What Rothman Orthopaedic's joint replacement strategy gets right

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Rothman Orthopaedic Specialty Hospital in Bensalem, Pa. was ranked as the best hospital in the state for joint replacement, and a key factor to achieving that honor lies in a holistic approach to care, according to Max Courtney, MD.

Dr. Courtney, chief of joint replacement at Philadelphia-based Rothman Orthopaedic Institute, spoke with Becker's about how the group goes the extra mile for joint replacement outcomes and why insurers should recognize the work surgeons do beyond the procedure.

Question: What's been working for the hospital to get this honor?

Dr. Max Courtney: We're honored to be recognized as one of the top joint replacement hospitals. We just want to do the right things for our patients. The biggest thing that I think we can offer at Rothman Orthopaedic Institute is a streamlined, evidence-based approach to joint replacement and rapid recovery protocols. It starts with meeting them in the office. From the time that you have a conversation with a patient for surgery, it's not just about their hip or knee arthritis. We ask about their social situation, where they live, how many flights of stairs they go through and all of their medical history. There are some risk factors that we can help optimize before they get their hip or knee replacement that will give them a better outcome.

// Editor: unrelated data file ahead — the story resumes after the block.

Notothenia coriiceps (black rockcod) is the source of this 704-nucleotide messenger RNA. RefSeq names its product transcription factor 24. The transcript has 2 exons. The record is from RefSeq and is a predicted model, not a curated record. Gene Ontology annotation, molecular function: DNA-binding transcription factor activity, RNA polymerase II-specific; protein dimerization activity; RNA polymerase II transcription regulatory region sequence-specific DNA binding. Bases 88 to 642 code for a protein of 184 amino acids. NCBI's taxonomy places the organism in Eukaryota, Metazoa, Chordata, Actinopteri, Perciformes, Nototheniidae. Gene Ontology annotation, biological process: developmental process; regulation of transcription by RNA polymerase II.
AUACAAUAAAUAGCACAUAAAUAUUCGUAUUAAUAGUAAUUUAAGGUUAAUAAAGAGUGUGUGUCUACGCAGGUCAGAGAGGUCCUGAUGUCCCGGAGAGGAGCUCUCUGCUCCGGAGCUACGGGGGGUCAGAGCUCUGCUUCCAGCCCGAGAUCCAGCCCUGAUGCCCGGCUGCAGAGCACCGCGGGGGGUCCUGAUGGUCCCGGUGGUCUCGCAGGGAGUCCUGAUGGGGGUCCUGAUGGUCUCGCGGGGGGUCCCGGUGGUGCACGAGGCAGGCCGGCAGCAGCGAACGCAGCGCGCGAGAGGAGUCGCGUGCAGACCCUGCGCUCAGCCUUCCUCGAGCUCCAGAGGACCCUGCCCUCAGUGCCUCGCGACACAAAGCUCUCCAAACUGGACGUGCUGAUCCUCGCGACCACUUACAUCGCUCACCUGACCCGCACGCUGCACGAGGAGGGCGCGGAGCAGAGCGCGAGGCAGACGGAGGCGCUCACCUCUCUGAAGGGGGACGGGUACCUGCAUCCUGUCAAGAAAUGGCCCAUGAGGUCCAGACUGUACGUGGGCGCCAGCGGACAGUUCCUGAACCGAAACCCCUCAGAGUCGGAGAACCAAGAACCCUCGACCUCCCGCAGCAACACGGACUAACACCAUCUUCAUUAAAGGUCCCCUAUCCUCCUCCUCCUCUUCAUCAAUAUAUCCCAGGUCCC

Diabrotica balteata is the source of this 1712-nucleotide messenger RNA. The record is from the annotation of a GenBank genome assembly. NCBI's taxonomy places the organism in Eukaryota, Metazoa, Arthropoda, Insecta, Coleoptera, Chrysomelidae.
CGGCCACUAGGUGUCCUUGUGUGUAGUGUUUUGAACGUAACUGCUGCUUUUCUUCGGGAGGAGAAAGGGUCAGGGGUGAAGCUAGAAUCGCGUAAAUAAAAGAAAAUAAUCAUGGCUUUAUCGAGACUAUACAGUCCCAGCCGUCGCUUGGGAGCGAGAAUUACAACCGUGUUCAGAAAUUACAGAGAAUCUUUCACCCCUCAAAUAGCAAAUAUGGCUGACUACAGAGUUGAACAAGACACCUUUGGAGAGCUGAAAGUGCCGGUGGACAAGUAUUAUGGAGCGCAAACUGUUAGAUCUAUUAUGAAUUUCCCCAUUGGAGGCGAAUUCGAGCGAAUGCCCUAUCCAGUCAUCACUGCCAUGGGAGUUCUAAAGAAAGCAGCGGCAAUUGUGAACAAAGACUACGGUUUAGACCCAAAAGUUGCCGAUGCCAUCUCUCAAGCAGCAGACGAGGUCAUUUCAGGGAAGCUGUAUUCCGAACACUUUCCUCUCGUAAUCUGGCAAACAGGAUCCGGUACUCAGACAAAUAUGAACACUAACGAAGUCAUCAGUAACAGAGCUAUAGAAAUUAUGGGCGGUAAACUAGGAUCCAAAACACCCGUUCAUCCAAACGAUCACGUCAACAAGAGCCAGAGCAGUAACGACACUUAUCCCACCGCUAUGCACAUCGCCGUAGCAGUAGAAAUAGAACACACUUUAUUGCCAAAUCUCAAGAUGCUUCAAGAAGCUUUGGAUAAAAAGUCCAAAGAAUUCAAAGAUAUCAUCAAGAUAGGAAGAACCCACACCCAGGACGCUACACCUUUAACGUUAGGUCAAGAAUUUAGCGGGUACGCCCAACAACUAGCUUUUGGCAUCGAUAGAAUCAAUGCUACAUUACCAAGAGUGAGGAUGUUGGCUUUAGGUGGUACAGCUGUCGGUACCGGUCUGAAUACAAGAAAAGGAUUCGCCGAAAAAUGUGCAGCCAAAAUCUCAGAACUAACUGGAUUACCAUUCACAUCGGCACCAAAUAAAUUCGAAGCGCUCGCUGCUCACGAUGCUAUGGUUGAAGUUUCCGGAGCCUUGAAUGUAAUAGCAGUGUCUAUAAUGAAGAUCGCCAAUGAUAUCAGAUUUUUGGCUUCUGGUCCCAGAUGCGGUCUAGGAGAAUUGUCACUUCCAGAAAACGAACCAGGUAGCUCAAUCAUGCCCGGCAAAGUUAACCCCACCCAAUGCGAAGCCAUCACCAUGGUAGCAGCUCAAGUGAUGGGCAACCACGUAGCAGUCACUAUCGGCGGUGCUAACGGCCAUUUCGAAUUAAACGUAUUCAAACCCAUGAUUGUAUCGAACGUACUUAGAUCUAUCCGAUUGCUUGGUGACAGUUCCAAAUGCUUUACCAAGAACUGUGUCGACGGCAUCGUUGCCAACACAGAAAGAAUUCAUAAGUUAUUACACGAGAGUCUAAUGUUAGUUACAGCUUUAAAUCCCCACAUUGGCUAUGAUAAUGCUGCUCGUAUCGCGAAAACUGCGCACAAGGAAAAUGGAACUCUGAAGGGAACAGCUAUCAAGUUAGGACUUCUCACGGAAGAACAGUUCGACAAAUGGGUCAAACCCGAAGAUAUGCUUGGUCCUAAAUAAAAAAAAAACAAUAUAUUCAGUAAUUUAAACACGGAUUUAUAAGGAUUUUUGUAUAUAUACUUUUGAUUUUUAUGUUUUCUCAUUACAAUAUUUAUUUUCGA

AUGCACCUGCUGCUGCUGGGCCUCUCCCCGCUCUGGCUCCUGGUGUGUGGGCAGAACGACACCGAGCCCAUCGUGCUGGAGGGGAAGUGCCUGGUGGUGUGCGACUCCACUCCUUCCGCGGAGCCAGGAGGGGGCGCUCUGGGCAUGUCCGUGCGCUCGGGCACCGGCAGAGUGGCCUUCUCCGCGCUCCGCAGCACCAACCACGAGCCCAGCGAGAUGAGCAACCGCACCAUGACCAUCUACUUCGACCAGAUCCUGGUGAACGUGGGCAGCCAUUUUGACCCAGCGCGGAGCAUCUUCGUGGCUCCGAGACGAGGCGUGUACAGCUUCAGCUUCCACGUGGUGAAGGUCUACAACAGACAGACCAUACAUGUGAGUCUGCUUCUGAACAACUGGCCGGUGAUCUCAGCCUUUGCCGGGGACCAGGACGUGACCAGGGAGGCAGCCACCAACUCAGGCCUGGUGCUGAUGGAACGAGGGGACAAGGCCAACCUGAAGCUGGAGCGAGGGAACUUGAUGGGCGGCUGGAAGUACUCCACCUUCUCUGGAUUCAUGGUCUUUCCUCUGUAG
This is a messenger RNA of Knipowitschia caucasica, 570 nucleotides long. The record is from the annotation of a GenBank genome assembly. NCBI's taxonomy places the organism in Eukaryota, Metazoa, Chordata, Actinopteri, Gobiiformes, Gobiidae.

So if a patient's diabetic, we're going to get screening labs to better understand their diabetes. If their blood sugars can be better controlled, we will have them see their primary care doctor beforehand. Are they on medications for rheumatoid arthritis? We will talk with their rheumatologist to make sure we stop it for a cycle in order to lower their infection rate. Are they obese? We have them go to nutrition labs. We have a dietitian on staff, and we work with them to work on weight loss in order to optimize them before joint replacement.